Note: Make sure to go on and read part 2 after reading this which has some improvements to the script.
It seems like everyone is playing with ChatGPT at the moment and doing everything from getting it to write code for them to asking it to write ode’s to their favourite visuals. Writing DAX code is interesting from the perspective of someone building a data model. But one thing that has always been hard from the perspective of consumer of a data model is understanding the logic behind those DAX calculations.
As you’ve probably already guessed from the title of this post rather than generating DAX I wanted to see if we could go the other way and get ChatGPT to provide simple descriptions of what a DAX expression was doing.
To test this I did not want to use a basic measure, so I found a moderately complex expression that someone else had actually originally had ChatGPT generate for them and ask it to explain the calculation. The first time I tried this it produced a very long description breaking down each of the function calls. But by revising the way I asked the question I eventually got to a point where it was giving me a nice concise explanation.
When I posted the following question to ChatGPT:
Explain the following calculation in a few sentences in simple business terms without using DAX function names: CALCULATE ( SELECTEDVALUE ( 'Suppliers'[CompanyName] ), TOPN ( 1, SUMMARIZE ( Products, 'Suppliers' [CompanyName], "@StockValue", SUMX( 'Products'[UnitsInStock] * 'Products'[UnitPrice] ), [@stockValue], DESC ) )
It came back with the following answer which I was pretty happy with:
This calculation is finding the company name of the supplier with the highest total value of stock for a given product. It does this by first multiplying the units in stock by the unit price for each product, then summarizing that total value by supplier. It then finds the top supplier by that total value and returns their company name.
This was great for a single measure, but not all of the consumers of your data model will have access to view the DAX expression. And even if they did it would be a pain to have to keep jumping out to an external website to understand what every measure is doing.
So this made me wonder if there might be some way of injecting these descriptions into the data model. And as it turns out ChatGPT already has a REST API. All you need to do is to sign up for an account at https://platform.openai.com (if you’ve been experimenting with ChatGPT you probably already have an account) and then generate an API key for your account and you can make requests of ChatGPT from another program.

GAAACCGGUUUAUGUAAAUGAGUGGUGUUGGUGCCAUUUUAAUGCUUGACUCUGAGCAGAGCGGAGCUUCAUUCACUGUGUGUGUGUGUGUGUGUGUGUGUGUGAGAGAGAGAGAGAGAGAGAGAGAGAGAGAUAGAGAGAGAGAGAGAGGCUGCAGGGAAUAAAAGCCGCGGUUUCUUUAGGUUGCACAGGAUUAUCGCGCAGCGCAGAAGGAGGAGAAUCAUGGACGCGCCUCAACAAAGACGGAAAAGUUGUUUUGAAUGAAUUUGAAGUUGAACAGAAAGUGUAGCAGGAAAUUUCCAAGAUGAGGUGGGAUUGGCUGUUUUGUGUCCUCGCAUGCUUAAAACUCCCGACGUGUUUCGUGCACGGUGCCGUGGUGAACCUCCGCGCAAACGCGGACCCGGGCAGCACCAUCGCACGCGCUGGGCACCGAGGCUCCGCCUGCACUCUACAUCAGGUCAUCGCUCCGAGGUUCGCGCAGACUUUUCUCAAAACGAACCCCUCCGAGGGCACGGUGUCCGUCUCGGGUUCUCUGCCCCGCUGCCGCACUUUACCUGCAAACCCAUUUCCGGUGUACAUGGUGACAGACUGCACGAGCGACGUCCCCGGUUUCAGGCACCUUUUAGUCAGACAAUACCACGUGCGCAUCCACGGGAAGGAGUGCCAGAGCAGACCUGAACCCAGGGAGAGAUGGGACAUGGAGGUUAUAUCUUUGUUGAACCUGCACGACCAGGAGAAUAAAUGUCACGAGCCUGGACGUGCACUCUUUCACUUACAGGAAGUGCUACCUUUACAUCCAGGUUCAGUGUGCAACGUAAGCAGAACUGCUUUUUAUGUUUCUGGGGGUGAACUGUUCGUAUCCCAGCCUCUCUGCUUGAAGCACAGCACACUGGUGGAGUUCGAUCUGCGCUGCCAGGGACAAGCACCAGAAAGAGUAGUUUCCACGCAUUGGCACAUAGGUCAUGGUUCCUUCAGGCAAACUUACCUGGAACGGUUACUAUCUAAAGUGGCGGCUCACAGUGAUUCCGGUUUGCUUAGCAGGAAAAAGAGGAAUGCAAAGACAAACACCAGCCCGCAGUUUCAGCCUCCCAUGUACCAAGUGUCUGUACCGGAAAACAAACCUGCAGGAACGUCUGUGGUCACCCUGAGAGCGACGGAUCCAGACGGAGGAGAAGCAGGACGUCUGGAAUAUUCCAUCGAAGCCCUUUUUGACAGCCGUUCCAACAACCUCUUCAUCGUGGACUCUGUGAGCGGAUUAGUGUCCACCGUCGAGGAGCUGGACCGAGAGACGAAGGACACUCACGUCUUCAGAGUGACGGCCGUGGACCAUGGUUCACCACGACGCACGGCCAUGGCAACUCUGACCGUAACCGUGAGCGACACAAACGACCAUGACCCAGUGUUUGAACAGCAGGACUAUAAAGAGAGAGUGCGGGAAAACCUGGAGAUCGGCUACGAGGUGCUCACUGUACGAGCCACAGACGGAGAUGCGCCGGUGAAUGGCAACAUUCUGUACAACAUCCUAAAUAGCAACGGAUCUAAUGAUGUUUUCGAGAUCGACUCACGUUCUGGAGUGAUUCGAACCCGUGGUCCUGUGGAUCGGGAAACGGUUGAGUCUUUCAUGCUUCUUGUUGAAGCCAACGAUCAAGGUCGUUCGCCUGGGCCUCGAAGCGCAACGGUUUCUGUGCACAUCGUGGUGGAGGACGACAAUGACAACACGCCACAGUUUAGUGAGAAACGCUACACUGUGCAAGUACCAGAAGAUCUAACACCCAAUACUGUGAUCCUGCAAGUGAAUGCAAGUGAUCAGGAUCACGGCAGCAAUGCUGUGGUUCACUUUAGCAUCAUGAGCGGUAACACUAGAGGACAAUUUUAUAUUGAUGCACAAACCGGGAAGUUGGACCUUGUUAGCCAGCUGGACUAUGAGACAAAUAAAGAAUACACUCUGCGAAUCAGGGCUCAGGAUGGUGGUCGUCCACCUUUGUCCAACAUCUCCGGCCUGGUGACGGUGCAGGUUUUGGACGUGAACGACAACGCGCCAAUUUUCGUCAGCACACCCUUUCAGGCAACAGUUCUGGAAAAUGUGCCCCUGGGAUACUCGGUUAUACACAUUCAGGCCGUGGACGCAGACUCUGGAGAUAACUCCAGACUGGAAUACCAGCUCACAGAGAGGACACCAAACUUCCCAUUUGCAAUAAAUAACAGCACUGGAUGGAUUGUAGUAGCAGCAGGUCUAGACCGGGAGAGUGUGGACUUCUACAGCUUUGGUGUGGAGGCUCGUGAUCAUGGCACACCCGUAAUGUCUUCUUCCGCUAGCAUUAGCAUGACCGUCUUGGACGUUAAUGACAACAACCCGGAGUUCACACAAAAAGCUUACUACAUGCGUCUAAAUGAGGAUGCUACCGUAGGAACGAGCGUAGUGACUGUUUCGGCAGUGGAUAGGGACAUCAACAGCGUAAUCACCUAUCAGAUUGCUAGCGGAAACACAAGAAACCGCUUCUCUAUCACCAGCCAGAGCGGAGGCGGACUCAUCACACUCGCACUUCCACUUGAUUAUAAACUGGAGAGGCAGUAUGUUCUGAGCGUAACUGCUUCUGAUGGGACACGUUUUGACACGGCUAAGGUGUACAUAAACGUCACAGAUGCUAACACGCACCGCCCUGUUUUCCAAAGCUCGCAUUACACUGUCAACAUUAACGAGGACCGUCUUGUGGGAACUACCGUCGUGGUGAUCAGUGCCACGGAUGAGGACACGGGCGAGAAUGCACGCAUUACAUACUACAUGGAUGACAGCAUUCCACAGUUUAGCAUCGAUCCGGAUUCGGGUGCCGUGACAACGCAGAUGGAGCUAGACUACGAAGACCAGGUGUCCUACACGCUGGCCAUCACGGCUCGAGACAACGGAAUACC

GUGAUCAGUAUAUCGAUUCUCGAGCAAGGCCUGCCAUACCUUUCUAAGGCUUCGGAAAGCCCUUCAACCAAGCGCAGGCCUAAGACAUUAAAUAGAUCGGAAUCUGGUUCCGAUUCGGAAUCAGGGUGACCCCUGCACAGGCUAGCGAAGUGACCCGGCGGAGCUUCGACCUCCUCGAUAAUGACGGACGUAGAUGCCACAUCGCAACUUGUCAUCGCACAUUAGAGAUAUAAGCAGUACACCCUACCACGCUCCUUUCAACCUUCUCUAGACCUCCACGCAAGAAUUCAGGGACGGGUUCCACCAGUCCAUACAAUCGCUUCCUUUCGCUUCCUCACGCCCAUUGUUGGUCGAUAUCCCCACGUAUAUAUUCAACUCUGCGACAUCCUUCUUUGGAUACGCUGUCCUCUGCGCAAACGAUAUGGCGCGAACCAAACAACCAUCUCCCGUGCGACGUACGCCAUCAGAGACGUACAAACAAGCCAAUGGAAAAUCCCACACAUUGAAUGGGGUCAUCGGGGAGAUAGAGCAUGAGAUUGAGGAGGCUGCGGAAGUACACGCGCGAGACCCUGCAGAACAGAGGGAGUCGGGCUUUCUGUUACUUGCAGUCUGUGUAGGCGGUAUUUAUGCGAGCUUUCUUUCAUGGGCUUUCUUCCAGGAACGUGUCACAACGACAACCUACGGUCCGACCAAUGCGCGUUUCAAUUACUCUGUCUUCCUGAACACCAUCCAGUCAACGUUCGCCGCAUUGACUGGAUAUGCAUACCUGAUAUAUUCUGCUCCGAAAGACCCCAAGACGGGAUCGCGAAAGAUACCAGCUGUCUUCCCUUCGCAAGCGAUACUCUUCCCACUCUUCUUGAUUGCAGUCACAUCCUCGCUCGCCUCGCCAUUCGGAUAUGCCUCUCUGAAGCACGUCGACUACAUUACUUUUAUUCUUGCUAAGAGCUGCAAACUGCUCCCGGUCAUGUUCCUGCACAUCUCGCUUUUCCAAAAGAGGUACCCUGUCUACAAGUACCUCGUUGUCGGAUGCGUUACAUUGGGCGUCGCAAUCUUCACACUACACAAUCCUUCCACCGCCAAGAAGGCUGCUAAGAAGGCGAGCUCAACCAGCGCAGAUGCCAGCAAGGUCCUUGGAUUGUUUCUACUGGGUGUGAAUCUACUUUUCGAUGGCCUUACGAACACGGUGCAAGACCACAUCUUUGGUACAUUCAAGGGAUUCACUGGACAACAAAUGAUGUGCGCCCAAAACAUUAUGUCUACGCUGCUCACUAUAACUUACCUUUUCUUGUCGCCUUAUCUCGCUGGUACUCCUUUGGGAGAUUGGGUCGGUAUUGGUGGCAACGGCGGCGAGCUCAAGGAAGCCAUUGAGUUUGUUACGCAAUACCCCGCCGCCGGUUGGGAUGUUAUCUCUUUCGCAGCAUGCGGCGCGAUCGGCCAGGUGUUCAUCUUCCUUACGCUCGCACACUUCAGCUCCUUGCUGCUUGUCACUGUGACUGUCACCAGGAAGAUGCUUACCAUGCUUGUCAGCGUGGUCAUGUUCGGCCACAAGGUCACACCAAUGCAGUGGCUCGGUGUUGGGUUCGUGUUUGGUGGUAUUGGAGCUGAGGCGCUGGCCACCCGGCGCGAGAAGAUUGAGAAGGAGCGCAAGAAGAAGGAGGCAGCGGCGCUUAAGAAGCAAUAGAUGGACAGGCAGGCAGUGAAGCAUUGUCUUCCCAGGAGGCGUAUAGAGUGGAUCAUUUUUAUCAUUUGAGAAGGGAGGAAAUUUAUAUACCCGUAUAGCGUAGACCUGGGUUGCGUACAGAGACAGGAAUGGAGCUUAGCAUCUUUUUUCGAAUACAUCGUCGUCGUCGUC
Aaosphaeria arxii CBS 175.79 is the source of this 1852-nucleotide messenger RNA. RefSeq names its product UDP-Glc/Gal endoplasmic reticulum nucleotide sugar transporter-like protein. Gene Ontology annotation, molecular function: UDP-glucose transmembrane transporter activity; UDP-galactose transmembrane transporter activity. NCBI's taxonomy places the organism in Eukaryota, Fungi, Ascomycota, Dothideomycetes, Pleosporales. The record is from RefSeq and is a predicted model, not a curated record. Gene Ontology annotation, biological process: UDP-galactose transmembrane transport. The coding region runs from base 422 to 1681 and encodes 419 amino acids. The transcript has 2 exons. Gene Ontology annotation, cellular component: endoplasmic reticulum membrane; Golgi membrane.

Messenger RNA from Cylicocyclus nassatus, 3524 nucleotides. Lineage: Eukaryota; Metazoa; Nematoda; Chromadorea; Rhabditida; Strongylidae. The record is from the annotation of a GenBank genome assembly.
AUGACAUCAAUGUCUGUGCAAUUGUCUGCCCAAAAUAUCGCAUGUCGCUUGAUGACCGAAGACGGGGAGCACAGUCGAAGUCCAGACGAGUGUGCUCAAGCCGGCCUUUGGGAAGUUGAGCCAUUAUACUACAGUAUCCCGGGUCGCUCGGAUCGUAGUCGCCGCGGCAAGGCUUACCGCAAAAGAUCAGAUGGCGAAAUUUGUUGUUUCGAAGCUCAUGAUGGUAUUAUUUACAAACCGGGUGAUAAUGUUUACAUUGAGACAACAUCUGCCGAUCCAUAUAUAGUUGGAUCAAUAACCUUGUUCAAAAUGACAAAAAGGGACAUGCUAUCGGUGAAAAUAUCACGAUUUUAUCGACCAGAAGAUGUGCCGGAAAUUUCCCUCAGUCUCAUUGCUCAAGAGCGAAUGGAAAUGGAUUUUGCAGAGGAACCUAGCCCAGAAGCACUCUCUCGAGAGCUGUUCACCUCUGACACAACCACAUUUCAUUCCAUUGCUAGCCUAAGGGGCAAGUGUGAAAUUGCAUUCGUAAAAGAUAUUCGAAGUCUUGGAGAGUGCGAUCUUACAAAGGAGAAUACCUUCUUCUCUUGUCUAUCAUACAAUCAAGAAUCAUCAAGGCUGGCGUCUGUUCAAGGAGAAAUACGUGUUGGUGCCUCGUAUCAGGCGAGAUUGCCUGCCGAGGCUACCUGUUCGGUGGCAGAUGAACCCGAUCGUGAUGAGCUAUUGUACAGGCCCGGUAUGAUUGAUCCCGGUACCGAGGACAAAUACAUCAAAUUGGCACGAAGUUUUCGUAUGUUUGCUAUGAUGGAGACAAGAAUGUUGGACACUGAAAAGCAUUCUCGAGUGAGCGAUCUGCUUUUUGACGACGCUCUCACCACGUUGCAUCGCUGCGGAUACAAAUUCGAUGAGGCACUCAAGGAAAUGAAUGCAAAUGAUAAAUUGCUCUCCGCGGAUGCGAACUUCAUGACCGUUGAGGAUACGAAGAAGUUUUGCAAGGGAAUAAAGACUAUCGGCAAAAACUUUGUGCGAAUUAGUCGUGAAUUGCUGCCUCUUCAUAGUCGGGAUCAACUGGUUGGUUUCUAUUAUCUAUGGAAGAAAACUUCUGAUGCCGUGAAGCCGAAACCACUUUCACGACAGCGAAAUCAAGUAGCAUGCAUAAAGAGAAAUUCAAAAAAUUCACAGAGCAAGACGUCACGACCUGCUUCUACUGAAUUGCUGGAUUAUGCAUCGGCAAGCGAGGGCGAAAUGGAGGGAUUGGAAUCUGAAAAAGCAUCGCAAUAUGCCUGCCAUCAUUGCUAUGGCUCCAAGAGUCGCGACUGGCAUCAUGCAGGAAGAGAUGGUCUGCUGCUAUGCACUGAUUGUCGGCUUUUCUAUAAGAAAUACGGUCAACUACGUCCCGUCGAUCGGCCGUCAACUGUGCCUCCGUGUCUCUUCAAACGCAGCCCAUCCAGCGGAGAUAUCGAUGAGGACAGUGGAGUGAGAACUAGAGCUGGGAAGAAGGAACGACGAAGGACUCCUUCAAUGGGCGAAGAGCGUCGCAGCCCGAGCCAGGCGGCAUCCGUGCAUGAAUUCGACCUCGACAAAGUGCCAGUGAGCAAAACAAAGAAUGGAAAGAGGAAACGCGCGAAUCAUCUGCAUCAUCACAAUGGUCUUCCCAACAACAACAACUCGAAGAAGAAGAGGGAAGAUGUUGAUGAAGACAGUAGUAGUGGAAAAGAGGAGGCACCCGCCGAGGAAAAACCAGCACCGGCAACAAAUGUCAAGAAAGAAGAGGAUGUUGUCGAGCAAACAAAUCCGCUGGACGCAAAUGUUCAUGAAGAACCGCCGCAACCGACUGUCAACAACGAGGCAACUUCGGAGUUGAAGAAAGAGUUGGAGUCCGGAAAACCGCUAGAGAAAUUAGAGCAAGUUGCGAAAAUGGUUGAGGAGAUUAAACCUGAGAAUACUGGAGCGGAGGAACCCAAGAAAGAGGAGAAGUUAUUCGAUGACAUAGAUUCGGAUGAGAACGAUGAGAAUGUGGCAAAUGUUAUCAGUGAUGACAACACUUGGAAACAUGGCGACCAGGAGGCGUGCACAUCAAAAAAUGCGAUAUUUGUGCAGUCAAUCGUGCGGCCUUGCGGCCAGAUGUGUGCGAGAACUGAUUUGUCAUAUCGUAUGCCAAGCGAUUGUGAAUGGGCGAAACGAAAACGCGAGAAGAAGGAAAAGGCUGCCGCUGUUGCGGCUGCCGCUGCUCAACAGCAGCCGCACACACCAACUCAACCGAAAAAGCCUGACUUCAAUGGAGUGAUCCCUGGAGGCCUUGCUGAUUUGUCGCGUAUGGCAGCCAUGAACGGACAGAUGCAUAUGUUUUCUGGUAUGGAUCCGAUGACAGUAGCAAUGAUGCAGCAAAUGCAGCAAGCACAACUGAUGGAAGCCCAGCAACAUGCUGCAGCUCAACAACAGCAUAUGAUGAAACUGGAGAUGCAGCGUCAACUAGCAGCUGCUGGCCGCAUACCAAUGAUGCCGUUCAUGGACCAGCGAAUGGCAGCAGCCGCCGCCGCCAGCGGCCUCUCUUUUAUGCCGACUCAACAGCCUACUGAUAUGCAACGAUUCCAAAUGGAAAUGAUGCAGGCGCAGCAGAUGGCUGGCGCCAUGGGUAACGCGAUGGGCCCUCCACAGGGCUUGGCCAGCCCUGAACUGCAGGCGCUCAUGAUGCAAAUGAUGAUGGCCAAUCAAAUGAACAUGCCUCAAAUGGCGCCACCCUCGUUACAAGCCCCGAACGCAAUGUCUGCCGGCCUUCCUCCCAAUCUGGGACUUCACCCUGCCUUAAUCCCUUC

Note: free accounts are limited to 20 calls per minute (see Rate Limits – OpenAI API ). So for large models you would either need to add logic to include a 1 minute delay every 20 measures or upgrade to a paid plan.
From there I setup the following Tabular Editor script which will loop through all of the measures in your data model and update the description with the one generated by ChatGPT. All you need to do to run this is to paste your own API key into the apiKey constant on line 8.
For illustration purposes I’ve also included the original DAX expression, but you don’t need to keep that if you don’t want to.
Note: the script has been tested in both TE2 (free) and TE3 (paid)
and is available as a gist on github https://gist.github.com/dgosbell/f3253c7ec52efe441b80596ffddea07c
The updated script including logic for dealing with rate limiting is included in my following post here
Before running the script hovering over a measure in my data model only shows the measure name
After running the script, you get a much more informative tooltip
Interestingly the descriptions do seem to change a little bit from one run to the next and in spite of asking it not to use DAX function names in the description sometimes it still sneaks one in. The description below was particularly bad where it just described the SUMX function.
But the advantage of this technique is that you can re-run it for single measures if you like or you could manually edit the description field if the description needed a small improvement.
Update: 16 Feb 2023 – added note about API rate limiting
Update: 17 Feb 2023 – See part-2 here for short tutorials on how to run the script and an updated version which deals with the API rate limiting